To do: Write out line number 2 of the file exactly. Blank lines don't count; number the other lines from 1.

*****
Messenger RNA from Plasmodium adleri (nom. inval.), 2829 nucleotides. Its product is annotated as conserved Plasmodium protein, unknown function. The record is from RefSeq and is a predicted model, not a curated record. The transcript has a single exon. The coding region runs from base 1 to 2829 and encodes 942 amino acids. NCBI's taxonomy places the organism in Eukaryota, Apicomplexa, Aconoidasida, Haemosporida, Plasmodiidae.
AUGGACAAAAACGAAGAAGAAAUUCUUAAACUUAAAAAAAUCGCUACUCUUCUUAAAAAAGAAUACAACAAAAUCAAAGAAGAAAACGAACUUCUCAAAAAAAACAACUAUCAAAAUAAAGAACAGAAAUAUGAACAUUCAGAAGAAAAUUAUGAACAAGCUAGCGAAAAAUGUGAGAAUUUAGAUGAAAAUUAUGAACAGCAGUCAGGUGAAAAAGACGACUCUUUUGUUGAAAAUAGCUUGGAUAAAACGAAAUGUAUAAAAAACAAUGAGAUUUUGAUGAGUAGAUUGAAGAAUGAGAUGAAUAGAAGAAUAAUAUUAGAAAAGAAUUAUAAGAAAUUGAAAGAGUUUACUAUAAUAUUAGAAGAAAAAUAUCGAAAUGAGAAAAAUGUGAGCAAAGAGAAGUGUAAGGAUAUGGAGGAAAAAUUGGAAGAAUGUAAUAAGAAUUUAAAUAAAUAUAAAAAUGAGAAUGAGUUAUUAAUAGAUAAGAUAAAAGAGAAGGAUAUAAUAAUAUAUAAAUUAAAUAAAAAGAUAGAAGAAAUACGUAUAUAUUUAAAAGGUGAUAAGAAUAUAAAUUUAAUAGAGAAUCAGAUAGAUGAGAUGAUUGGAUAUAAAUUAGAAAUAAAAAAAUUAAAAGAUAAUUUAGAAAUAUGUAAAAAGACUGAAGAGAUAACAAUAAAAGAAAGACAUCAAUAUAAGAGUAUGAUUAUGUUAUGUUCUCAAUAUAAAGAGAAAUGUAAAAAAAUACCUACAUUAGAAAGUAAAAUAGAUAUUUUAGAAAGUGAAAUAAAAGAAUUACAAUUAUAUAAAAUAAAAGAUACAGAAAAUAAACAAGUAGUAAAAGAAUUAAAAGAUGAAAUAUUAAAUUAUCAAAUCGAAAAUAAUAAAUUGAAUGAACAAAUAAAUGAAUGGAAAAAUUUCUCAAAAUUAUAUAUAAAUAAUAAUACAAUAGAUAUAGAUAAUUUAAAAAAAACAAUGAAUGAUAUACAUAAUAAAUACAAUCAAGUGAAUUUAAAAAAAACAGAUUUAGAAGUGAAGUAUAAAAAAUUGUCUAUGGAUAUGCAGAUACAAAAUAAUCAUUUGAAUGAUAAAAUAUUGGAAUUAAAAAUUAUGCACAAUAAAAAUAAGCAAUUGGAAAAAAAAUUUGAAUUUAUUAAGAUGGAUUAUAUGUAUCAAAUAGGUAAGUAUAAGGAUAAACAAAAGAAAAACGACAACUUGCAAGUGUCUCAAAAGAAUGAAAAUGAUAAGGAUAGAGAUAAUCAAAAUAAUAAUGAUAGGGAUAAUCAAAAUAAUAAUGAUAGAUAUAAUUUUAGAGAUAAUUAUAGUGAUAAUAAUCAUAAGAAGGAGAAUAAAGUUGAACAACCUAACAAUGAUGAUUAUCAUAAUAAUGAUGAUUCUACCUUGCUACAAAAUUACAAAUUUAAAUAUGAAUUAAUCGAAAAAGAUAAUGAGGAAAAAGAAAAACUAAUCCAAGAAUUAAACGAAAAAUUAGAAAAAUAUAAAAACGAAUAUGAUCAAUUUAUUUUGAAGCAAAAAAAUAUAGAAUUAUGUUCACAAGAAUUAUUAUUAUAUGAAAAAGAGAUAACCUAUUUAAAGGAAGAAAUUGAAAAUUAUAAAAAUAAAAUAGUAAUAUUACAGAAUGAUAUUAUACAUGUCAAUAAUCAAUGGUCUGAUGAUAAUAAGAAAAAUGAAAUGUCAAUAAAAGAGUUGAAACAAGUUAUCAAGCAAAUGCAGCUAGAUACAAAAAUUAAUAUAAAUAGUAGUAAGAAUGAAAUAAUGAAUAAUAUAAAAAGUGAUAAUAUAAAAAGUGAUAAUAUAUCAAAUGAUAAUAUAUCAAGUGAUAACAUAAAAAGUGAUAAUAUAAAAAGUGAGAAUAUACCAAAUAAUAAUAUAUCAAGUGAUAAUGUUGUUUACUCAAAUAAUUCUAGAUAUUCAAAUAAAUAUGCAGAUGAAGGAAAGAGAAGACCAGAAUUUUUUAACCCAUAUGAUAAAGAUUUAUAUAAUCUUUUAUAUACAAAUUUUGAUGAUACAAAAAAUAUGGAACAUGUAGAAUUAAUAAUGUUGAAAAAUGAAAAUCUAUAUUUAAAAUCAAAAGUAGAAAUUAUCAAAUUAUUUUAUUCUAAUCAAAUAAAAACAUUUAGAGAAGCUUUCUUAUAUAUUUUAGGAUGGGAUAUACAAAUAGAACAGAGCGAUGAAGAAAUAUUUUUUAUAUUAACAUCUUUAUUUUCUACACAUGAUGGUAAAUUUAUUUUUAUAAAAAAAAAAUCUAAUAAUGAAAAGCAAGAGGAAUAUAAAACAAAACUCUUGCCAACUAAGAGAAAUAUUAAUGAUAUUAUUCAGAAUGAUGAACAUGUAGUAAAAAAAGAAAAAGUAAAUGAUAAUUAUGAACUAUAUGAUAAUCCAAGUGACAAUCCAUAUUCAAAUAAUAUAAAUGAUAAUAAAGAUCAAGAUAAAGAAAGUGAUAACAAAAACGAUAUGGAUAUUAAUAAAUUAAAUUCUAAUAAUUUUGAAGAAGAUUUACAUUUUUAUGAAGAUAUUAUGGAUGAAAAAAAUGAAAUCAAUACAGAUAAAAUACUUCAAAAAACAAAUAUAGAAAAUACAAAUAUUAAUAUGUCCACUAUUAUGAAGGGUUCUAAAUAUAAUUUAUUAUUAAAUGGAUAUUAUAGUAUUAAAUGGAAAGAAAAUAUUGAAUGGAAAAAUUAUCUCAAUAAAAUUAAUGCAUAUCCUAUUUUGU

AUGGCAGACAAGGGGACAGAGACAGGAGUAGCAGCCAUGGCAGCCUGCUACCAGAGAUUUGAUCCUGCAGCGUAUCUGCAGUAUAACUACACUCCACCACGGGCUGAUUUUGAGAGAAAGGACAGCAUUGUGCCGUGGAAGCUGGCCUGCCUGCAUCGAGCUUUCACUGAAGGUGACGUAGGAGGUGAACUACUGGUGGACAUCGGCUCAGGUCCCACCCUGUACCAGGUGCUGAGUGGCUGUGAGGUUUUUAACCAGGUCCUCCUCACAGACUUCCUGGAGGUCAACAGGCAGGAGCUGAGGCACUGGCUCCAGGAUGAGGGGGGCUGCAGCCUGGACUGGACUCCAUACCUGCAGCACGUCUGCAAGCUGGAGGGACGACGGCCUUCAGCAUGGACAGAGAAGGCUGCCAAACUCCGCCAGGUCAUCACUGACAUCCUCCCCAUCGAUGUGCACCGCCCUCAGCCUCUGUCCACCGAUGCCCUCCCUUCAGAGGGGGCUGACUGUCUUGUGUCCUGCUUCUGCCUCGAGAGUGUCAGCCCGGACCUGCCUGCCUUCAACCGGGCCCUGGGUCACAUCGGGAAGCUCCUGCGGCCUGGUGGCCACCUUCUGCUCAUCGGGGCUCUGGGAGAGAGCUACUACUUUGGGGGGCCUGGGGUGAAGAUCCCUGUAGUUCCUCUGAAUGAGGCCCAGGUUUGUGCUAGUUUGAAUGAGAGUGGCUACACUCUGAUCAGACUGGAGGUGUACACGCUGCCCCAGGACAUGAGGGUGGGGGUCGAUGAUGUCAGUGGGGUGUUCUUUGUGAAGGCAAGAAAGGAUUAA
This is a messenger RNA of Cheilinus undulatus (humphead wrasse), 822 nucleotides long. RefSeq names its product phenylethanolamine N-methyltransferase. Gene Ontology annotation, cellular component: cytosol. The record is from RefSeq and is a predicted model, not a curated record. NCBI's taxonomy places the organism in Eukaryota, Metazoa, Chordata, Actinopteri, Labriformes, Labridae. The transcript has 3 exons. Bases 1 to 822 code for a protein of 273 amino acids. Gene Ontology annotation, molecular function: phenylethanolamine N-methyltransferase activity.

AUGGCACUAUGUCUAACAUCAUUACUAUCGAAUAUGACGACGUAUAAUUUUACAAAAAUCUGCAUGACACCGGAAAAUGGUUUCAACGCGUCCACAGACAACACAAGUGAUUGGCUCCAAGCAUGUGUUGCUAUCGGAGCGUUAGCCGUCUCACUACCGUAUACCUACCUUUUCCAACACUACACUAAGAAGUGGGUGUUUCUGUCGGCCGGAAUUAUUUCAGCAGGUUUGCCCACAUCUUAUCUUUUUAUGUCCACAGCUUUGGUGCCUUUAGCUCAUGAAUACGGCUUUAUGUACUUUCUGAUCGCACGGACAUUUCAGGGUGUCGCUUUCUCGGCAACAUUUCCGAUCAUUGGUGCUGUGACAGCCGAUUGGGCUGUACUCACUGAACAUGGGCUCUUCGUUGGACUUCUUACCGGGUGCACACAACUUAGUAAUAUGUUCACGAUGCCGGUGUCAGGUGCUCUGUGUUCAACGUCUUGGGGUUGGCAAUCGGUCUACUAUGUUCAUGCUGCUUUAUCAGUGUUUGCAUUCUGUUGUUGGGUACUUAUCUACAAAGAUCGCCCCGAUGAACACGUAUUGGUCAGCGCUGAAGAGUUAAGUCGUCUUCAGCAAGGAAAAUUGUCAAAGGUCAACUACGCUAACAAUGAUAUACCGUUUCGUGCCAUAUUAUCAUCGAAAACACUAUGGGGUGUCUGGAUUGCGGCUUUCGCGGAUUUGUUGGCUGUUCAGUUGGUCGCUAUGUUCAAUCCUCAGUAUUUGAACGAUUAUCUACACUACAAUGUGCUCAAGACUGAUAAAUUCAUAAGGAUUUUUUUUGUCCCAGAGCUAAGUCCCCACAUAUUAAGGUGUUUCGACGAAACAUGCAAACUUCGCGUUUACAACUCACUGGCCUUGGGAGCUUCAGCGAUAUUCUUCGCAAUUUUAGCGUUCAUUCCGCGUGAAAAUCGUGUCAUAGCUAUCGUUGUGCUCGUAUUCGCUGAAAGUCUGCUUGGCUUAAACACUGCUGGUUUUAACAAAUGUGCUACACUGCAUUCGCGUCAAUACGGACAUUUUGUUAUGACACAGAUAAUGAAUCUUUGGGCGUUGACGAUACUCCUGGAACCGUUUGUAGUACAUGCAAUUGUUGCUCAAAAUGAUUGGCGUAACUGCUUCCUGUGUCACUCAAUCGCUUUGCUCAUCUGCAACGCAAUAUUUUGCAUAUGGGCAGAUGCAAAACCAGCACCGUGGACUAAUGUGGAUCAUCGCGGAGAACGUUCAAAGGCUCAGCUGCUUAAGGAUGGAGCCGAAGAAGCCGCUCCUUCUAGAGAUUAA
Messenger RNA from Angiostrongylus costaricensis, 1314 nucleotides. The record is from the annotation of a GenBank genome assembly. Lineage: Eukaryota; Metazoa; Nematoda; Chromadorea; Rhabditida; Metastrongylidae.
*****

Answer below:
AUGGACAAAAACGAAGAAGAAAUUCUUAAACUUAAAAAAAUCGCUACUCUUCUUAAAAAAGAAUACAACAAAAUCAAAGAAGAAAACGAACUUCUCAAAAAAAACAACUAUCAAAAUAAAGAACAGAAAUAUGAACAUUCAGAAGAAAAUUAUGAACAAGCUAGCGAAAAAUGUGAGAAUUUAGAUGAAAAUUAUGAACAGCAGUCAGGUGAAAAAGACGACUCUUUUGUUGAAAAUAGCUUGGAUAAAACGAAAUGUAUAAAAAACAAUGAGAUUUUGAUGAGUAGAUUGAAGAAUGAGAUGAAUAGAAGAAUAAUAUUAGAAAAGAAUUAUAAGAAAUUGAAAGAGUUUACUAUAAUAUUAGAAGAAAAAUAUCGAAAUGAGAAAAAUGUGAGCAAAGAGAAGUGUAAGGAUAUGGAGGAAAAAUUGGAAGAAUGUAAUAAGAAUUUAAAUAAAUAUAAAAAUGAGAAUGAGUUAUUAAUAGAUAAGAUAAAAGAGAAGGAUAUAAUAAUAUAUAAAUUAAAUAAAAAGAUAGAAGAAAUACGUAUAUAUUUAAAAGGUGAUAAGAAUAUAAAUUUAAUAGAGAAUCAGAUAGAUGAGAUGAUUGGAUAUAAAUUAGAAAUAAAAAAAUUAAAAGAUAAUUUAGAAAUAUGUAAAAAGACUGAAGAGAUAACAAUAAAAGAAAGACAUCAAUAUAAGAGUAUGAUUAUGUUAUGUUCUCAAUAUAAAGAGAAAUGUAAAAAAAUACCUACAUUAGAAAGUAAAAUAGAUAUUUUAGAAAGUGAAAUAAAAGAAUUACAAUUAUAUAAAAUAAAAGAUACAGAAAAUAAACAAGUAGUAAAAGAAUUAAAAGAUGAAAUAUUAAAUUAUCAAAUCGAAAAUAAUAAAUUGAAUGAACAAAUAAAUGAAUGGAAAAAUUUCUCAAAAUUAUAUAUAAAUAAUAAUACAAUAGAUAUAGAUAAUUUAAAAAAAACAAUGAAUGAUAUACAUAAUAAAUACAAUCAAGUGAAUUUAAAAAAAACAGAUUUAGAAGUGAAGUAUAAAAAAUUGUCUAUGGAUAUGCAGAUACAAAAUAAUCAUUUGAAUGAUAAAAUAUUGGAAUUAAAAAUUAUGCACAAUAAAAAUAAGCAAUUGGAAAAAAAAUUUGAAUUUAUUAAGAUGGAUUAUAUGUAUCAAAUAGGUAAGUAUAAGGAUAAACAAAAGAAAAACGACAACUUGCAAGUGUCUCAAAAGAAUGAAAAUGAUAAGGAUAGAGAUAAUCAAAAUAAUAAUGAUAGGGAUAAUCAAAAUAAUAAUGAUAGAUAUAAUUUUAGAGAUAAUUAUAGUGAUAAUAAUCAUAAGAAGGAGAAUAAAGUUGAACAACCUAACAAUGAUGAUUAUCAUAAUAAUGAUGAUUCUACCUUGCUACAAAAUUACAAAUUUAAAUAUGAAUUAAUCGAAAAAGAUAAUGAGGAAAAAGAAAAACUAAUCCAAGAAUUAAACGAAAAAUUAGAAAAAUAUAAAAACGAAUAUGAUCAAUUUAUUUUGAAGCAAAAAAAUAUAGAAUUAUGUUCACAAGAAUUAUUAUUAUAUGAAAAAGAGAUAACCUAUUUAAAGGAAGAAAUUGAAAAUUAUAAAAAUAAAAUAGUAAUAUUACAGAAUGAUAUUAUACAUGUCAAUAAUCAAUGGUCUGAUGAUAAUAAGAAAAAUGAAAUGUCAAUAAAAGAGUUGAAACAAGUUAUCAAGCAAAUGCAGCUAGAUACAAAAAUUAAUAUAAAUAGUAGUAAGAAUGAAAUAAUGAAUAAUAUAAAAAGUGAUAAUAUAAAAAGUGAUAAUAUAUCAAAUGAUAAUAUAUCAAGUGAUAACAUAAAAAGUGAUAAUAUAAAAAGUGAGAAUAUACCAAAUAAUAAUAUAUCAAGUGAUAAUGUUGUUUACUCAAAUAAUUCUAGAUAUUCAAAUAAAUAUGCAGAUGAAGGAAAGAGAAGACCAGAAUUUUUUAACCCAUAUGAUAAAGAUUUAUAUAAUCUUUUAUAUACAAAUUUUGAUGAUACAAAAAAUAUGGAACAUGUAGAAUUAAUAAUGUUGAAAAAUGAAAAUCUAUAUUUAAAAUCAAAAGUAGAAAUUAUCAAAUUAUUUUAUUCUAAUCAAAUAAAAACAUUUAGAGAAGCUUUCUUAUAUAUUUUAGGAUGGGAUAUACAAAUAGAACAGAGCGAUGAAGAAAUAUUUUUUAUAUUAACAUCUUUAUUUUCUACACAUGAUGGUAAAUUUAUUUUUAUAAAAAAAAAAUCUAAUAAUGAAAAGCAAGAGGAAUAUAAAACAAAACUCUUGCCAACUAAGAGAAAUAUUAAUGAUAUUAUUCAGAAUGAUGAACAUGUAGUAAAAAAAGAAAAAGUAAAUGAUAAUUAUGAACUAUAUGAUAAUCCAAGUGACAAUCCAUAUUCAAAUAAUAUAAAUGAUAAUAAAGAUCAAGAUAAAGAAAGUGAUAACAAAAACGAUAUGGAUAUUAAUAAAUUAAAUUCUAAUAAUUUUGAAGAAGAUUUACAUUUUUAUGAAGAUAUUAUGGAUGAAAAAAAUGAAAUCAAUACAGAUAAAAUACUUCAAAAAACAAAUAUAGAAAAUACAAAUAUUAAUAUGUCCACUAUUAUGAAGGGUUCUAAAUAUAAUUUAUUAUUAAAUGGAUAUUAUAGUAUUAAAUGGAAAGAAAAUAUUGAAUGGAAAAAUUAUCUCAAUAAAAUUAAUGCAUAUCCUAUUUUGU